Access Control

We now run into the question of how public and private members behave in packages and subclasses. Think to yourself right now: when inheriting from a parent class, can we access the private members in that parent class? Or, can two classes in the same package access the other’s private members?

If you don’t know the answers right away, you can read on to find out!

Private Only code from the given class can access private members. It is truly private from everything else, as subclasses, packages, and other external classes cannot access private members. TL;DR: only the class needs this piece of code

Package Private This is the default access given to Java members if there is no explicit modifier written. Package private entails that classes that belong in the same package can access, but not subclasses! Why is this useful? Usually, packages are handled and modified by the same (group of) people. It is also common for people to extend classes that they didn’t initially write. The original owners of the class that’s being extended may not want certain features or members to be tampered with, if people choose to extend it — hence, package-private allows those who are familiar with the inner workings of the program to access and modify certain members, whereas it blocks those who are subclassing from doing the same. TL;DR: only classes that live in the same package can access

Protected Protected members are protected from the “outside” world, so classes within the same package and subclasses can access these members, but the rest of the world (e.g. classes external to the package or non-subclasses) cannot! TL;DR: subtypes might need it, but subtype clients will not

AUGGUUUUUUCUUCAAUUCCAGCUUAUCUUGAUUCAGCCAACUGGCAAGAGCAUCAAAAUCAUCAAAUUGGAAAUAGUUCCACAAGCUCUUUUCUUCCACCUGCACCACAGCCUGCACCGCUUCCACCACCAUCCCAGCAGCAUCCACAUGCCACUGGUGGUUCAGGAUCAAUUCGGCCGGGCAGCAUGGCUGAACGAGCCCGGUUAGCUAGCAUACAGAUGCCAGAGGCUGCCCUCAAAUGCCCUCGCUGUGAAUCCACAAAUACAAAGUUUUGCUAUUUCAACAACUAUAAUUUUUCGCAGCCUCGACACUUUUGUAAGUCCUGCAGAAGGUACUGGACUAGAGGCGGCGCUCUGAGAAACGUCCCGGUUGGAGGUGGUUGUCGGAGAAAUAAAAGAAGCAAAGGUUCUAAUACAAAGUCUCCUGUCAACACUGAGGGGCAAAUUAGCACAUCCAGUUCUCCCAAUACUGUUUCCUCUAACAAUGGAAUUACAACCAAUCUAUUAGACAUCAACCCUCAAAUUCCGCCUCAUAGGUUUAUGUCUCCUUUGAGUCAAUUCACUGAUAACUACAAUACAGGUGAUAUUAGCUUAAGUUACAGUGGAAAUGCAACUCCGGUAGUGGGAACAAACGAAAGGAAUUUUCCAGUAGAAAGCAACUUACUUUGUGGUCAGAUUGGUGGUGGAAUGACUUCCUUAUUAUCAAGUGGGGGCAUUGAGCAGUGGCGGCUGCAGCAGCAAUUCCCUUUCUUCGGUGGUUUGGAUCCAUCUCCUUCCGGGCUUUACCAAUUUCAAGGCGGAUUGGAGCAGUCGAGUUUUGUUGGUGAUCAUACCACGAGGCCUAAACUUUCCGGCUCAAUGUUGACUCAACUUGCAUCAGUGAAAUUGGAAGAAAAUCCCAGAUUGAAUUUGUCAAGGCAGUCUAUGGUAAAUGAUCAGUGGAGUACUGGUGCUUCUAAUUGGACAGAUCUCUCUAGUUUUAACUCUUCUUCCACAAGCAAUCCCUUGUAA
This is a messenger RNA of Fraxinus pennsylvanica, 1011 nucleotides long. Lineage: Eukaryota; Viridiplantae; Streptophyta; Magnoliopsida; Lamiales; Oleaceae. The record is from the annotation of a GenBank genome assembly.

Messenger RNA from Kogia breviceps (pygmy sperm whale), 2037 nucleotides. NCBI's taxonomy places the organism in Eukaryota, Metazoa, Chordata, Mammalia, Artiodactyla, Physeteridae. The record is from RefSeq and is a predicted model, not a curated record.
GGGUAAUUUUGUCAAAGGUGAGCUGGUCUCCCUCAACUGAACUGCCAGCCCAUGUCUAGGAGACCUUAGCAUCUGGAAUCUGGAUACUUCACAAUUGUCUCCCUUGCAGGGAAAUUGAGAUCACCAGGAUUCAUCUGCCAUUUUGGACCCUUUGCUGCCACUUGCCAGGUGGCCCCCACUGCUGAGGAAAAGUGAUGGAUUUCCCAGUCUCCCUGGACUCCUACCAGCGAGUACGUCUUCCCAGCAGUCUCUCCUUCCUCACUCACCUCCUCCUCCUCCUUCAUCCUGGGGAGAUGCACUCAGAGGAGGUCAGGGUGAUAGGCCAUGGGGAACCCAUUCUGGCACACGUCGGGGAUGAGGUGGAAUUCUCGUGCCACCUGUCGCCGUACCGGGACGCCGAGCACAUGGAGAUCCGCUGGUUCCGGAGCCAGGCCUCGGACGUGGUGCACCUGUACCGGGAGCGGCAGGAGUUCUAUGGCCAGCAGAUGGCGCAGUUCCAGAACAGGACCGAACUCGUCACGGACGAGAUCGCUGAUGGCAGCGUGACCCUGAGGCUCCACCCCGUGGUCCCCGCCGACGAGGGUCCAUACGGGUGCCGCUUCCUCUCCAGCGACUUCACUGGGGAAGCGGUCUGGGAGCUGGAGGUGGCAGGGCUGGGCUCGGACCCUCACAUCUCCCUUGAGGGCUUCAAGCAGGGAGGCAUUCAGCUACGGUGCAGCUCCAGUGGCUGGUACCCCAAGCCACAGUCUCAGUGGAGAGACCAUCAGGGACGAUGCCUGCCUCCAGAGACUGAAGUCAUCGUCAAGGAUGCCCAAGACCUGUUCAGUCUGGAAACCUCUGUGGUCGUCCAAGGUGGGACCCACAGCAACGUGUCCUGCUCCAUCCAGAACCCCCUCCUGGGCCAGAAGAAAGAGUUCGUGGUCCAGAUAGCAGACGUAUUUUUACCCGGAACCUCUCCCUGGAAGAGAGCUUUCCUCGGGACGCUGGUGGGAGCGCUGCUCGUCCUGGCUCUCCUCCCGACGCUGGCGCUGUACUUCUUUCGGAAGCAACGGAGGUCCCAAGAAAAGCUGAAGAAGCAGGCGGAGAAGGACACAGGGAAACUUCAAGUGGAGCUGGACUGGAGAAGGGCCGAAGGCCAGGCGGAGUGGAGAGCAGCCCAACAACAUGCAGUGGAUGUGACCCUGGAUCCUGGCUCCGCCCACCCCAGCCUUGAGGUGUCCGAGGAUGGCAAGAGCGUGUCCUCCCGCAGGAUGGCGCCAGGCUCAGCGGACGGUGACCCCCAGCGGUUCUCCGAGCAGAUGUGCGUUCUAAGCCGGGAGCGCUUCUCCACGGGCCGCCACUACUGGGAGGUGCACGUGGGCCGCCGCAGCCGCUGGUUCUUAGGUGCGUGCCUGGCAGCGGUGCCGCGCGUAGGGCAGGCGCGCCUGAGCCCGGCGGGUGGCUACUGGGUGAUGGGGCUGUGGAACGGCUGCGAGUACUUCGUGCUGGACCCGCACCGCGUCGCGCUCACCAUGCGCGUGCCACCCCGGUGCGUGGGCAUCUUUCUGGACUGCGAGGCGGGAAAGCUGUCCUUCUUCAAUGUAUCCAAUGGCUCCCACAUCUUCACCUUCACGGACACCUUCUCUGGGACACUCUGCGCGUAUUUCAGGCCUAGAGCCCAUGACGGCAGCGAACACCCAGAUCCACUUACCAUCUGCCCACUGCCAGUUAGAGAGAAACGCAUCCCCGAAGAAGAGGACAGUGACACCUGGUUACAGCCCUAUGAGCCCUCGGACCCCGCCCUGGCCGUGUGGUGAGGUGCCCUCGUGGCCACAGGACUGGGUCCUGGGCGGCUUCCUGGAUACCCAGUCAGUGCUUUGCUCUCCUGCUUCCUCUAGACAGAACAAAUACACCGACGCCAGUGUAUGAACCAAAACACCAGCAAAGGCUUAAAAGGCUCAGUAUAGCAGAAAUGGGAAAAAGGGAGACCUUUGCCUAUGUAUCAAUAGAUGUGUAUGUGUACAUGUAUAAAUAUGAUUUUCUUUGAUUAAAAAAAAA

Public This keyword opens up the access to everyone! This is generally what clients of the package can rely on to use, and once deployed, the public members’ signatures should not change. It’s like a promise and contract to people using this public code that it will always be accessible to them. Usually if developers want to “get rid of” something that’s public, rather than removing it, they would call it “deprecated” instead.

TL;DR: open and promised to the world

Exercise 7.1.1 See if you can draw the access table yourself, from memory.

Have the following be the column titles: Modifier, Class, Package, Subclass, World, with the following as the Rows: public, protected, package-private, private.

Indicate whether or not each row/access type has access to that particular column’s “type”.

access

Access Control Subtleties

Default Package Code that does not have a package declaration is automatically part of the default package. If these classes have members that don’t have access modifiers (i.e. are package-private), then because everything is part of the same (unnamed) default package, these members are still accessible between these “default”-package classes.

Access is Based Only on Static Types It is important to note that for interfaces, the default access for its methods is actually public, and not package-private. Additionally, like this subtitle indicates, the access depends only on the static types.

Exercise 7.1.2

Given the following code, which lines in the demoAccess method, if any, will error during compile time?

package universe;
public interface BlackHole {